In upstate New York, farms continue to operate, ensuring that food makes it to the city’s grocery stores and resident’s doorsteps.
Besides receiving the news that he had been fired, Vasquez said he has not heard from his employer. He is unsure of when he will be permitted to end quarantine and even more unsure of where he will make a living once he has recovered.
“I just hope that during this time people will root for each other and god willing, we will get out of this,” Vasquez told Documented over the phone.
According to Wilmer Jimenez, Western New York Coordinator at the Rural & Migrant Ministry, and former farmworker himself, in the early stages of the pandemic, farmworkers were instructed to continue working even when feeling sick. Farm owners told their workers that COVID-19 was neither serious nor a threat since they lived in isolated regions already, Jimenez said. In fact, many of the workers who exhibited symptoms thought it was likely the common cold or flu.
Concerned by this misinformation and deception, Jimenez went to the Cayuga County’s Health Department and demanded that they lead health education trainings on the farms as well as offer COVID-19 tests. The department complied and has been offering trainings and tests to farms that request it or who have workers in serious condition.
However, Jimenez said by the time the Health Department began providing these services, it was too late, most of the farms had already been infected, at least one case of which was fatal. Two weeks ago, a 40-year-old dairy worker Jimenez knew well died. His family in Guatemala has requested that his details remain anonymous. They are struggling to find the resources to arrange a proper burial for him.
As of April 10, of the eight farms Jimenez regularly checks in on, four have reports of many of its workers testing positive for COVID-19. Each of these farms employ 40-50 workers.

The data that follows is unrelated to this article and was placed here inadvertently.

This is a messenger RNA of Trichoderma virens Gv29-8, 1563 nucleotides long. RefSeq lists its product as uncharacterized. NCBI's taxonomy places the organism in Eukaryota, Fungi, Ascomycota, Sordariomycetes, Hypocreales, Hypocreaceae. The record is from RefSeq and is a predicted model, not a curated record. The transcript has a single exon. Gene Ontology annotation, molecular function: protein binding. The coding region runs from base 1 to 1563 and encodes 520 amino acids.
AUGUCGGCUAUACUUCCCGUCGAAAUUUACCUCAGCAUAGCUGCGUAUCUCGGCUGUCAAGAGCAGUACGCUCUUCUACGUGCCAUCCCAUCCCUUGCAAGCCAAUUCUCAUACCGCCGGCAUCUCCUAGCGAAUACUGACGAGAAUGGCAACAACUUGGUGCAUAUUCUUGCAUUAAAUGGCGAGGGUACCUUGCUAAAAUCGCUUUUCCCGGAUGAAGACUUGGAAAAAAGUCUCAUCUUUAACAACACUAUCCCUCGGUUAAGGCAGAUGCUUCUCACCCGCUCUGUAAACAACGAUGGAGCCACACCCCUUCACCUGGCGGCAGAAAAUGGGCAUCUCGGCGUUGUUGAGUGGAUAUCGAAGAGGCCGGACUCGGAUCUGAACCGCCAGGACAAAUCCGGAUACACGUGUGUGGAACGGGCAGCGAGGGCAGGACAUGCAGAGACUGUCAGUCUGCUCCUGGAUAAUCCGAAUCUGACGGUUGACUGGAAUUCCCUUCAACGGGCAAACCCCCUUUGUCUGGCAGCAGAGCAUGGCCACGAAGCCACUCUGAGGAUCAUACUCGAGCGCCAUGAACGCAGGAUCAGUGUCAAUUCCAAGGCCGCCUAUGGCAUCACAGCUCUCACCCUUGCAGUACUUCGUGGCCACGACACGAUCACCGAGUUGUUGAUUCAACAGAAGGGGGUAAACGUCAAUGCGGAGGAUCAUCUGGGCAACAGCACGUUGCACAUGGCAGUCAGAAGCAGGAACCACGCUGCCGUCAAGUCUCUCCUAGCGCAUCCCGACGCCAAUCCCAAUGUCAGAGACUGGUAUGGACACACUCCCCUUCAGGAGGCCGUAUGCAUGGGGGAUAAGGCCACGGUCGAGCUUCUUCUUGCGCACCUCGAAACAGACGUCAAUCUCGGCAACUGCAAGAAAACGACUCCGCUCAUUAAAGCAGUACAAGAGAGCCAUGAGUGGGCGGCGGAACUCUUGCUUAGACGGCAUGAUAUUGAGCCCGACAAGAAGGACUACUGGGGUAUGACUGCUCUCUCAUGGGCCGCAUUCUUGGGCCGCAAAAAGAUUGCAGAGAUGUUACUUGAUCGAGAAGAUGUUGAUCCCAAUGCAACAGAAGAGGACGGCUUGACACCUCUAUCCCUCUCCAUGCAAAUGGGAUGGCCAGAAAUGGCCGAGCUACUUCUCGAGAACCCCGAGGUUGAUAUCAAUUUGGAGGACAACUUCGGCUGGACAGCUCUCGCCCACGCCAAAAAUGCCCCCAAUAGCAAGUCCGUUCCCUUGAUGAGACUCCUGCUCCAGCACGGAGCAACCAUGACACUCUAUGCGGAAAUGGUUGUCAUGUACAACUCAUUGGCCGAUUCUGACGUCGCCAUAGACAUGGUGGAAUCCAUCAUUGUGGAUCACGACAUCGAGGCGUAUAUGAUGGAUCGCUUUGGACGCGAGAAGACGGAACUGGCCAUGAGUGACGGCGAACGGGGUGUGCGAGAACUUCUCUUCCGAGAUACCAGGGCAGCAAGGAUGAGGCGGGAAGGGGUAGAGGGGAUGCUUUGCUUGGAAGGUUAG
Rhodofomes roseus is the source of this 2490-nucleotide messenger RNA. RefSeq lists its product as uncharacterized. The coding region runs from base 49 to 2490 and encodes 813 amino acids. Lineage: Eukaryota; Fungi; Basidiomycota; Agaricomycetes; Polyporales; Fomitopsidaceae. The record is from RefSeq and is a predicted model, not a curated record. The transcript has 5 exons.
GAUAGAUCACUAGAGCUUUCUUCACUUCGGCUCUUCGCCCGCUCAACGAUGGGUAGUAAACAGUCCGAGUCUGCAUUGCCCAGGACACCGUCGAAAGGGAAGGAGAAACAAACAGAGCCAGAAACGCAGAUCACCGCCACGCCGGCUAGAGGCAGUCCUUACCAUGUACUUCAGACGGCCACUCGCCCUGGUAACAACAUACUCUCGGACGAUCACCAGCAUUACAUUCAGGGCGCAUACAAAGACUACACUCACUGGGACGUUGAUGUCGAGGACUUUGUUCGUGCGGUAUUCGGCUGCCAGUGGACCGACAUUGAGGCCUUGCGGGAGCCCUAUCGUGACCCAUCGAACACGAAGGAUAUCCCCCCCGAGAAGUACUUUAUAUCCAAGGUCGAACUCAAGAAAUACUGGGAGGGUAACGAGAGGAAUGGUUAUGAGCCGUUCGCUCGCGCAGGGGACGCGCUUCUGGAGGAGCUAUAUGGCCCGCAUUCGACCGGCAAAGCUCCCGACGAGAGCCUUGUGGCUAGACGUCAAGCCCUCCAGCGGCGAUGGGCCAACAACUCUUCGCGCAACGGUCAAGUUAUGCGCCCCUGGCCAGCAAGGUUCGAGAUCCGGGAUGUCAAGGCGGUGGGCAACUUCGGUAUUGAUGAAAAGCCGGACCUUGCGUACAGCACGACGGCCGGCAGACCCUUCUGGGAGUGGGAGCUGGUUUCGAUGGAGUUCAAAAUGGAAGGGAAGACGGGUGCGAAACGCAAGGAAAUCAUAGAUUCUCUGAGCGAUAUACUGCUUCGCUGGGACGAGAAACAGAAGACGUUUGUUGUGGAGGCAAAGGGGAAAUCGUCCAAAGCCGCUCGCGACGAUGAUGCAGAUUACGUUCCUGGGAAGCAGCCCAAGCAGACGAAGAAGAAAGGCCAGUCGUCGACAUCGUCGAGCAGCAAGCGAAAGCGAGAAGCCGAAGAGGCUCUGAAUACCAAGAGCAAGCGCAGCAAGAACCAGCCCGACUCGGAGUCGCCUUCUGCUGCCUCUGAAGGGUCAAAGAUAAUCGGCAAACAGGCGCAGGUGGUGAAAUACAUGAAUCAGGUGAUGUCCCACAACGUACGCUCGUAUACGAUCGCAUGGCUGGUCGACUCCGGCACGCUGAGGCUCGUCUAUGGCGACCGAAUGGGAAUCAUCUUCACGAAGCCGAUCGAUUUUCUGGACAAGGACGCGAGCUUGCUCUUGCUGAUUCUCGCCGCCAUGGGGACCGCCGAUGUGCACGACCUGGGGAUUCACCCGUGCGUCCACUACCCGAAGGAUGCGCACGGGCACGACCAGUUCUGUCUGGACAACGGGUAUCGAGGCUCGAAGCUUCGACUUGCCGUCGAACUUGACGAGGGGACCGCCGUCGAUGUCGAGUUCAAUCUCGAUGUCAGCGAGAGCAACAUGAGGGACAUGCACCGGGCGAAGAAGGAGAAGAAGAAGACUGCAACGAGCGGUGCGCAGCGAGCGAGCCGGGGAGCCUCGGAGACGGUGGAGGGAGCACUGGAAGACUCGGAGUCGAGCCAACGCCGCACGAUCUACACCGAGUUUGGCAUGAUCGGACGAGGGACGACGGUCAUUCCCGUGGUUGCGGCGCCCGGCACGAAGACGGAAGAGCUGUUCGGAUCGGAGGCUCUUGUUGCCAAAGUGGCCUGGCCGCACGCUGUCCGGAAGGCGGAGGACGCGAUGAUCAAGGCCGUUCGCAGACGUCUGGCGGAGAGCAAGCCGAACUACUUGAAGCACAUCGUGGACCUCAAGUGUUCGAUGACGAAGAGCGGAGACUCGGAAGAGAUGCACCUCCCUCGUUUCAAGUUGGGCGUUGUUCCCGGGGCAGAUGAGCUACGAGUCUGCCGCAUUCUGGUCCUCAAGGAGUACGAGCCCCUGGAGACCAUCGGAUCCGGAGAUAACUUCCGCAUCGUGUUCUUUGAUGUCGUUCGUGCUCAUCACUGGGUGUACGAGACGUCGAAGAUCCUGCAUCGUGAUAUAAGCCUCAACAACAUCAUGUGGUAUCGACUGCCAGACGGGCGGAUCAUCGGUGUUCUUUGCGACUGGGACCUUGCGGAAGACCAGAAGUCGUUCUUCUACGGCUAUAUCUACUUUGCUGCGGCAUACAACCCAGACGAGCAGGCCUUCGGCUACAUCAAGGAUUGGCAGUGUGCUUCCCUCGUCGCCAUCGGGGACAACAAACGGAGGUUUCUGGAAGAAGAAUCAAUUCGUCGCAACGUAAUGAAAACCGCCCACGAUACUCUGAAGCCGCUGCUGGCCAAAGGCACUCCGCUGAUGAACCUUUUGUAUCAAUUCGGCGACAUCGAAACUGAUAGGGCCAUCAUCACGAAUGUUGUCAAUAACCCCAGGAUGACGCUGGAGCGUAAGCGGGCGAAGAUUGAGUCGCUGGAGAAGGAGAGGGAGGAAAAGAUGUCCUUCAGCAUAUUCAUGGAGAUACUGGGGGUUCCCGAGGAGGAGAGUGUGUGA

With restaurant and farmer’s market closures, farms across the country are having to lay off their workers. 85 percent of the farmers who sell at GrowNYC markets report they would go out of business without these sales.
“On the supply and demand side, markets were greatly disrupted with the loss of major customers like schools and restaurants,” Steve Ammerman, the New York Farm Bureau’s (NYFB) public affairs manager explained in an email. “Commodity prices are down across the board. One thing the pandemic has taught us is that no one or no place are immune.”
“I just hope that during this time people will root for each other and god willing, we will get out of this.”
Ammerman said that the NYFB has been working with the state and numerous organizations, including the NY Center for Agricultural Medicine and Health, to provide health and safety protection to farmworkers.
Farmworkers, most of whom work without documentation or are H2-A visa holders, are not eligible for unemployment benefits or direct cash assistance from the recently passed stimulus package. Of the farmworkers interviewed in an Adelphi University report about farms in the Hudson Valley region, 92 percent were neither legal residents nor citizens — 71 percent were undocumented and 21 percent, guestworkers.